Stories have been coming recently at an accelerating pace that AAPL will be offering the iPhone on the VZN network as early as January. A Tech Crunch post in August seems to have started the ball rolling. What sets this post apart from rumors launched as much as a year ago is the claim that it is based on pending orders of millions of CDMA-system chips from QCOM. These chips would be needed to make a phone work on the VZN network, but would be useless on ATT. (Comments from the CEO of VZN at a recent Goldman Sachs telecom conference seem to be pouring cold water on the possibility, though.)
What has AAPL said or done about this talk? Nothing. Quite a change from the way it handled the situation when a tech blogger/journalist found a prototype of the iPhone4 that had been left behind in a bar. In that case, AAPL sent the police to the guy’s house, arrested him and confiscated his computer. Now that’s more like it! That’s the secrecy-obsessed AAPL we’ve come to know and love.
And, of course, there’s the AAPL that consistently drops hints of upcoming new products in order to build anticipation among its fans.
It is possible that the management of AAPL is as secretive and vindictive as some of its actions–like the iPhone4 case–make it appear. I don’t think so, though. Rather, I think this is all part of a carefully crafted media strategy. Naturally, without killer products the strategy wouldn’t be much good. But as far as I can see, it has these parts:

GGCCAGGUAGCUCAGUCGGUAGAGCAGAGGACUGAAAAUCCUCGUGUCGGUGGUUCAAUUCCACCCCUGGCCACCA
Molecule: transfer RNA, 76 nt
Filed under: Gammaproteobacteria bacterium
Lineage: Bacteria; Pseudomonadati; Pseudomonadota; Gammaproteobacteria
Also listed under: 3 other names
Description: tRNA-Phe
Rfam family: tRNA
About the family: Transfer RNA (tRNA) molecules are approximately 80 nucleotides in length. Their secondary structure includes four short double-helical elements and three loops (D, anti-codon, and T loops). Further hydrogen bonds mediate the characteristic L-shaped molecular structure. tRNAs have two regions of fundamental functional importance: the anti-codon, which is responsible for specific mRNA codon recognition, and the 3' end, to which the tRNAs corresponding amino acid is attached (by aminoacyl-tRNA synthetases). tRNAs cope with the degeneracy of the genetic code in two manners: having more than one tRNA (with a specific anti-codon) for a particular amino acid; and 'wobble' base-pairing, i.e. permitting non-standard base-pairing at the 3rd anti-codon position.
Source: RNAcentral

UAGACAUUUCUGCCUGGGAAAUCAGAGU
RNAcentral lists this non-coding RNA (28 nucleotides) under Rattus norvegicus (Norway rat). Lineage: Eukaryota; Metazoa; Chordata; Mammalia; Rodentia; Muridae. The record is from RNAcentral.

1. anticipation. In money terms, it’s a substitute for advertising expenditures. But creating a feeling of belonging, of insider knowledge that AAPL creates is a big addition to plain old buzz.
2. forbidden fruit. The fact that AAPL seems to be upset that we discover information that AAPL signals it wanted kept secret–we know this because AAPL calls its lawyers–makes us study and savor the information even more.
3. “coming soon”. This is a standard marketing tactic if a firm is unable to supply a product that consumers are clearly interested in and are buying from competitors. The company will announce the imminent arrival of its version of the product in order to induce customers to wait for it rather than purchase a substitute from a rival.
This isn’t a tactic I’ve ever associated with AAPL. But to me that’s what’s happening now. To me, through the press AAPL is in effect saying, “Don’t buy an Android phone just to get the VZN network. Wait. The iPhone is coming soon.” VZN is replying, “Buy an Android from me today. Don’t be to sure that the iPhone is just around the corner.”
Why negotiate in public? I think talks are down to the final details of which party makes how much from iPhone sales and neither wants to budge. Also, AAPL wants to slow down Android’s momentum. VZN doesn’t want to take the chance that news of imminent iPhone availability wrecks sales in its December quarter.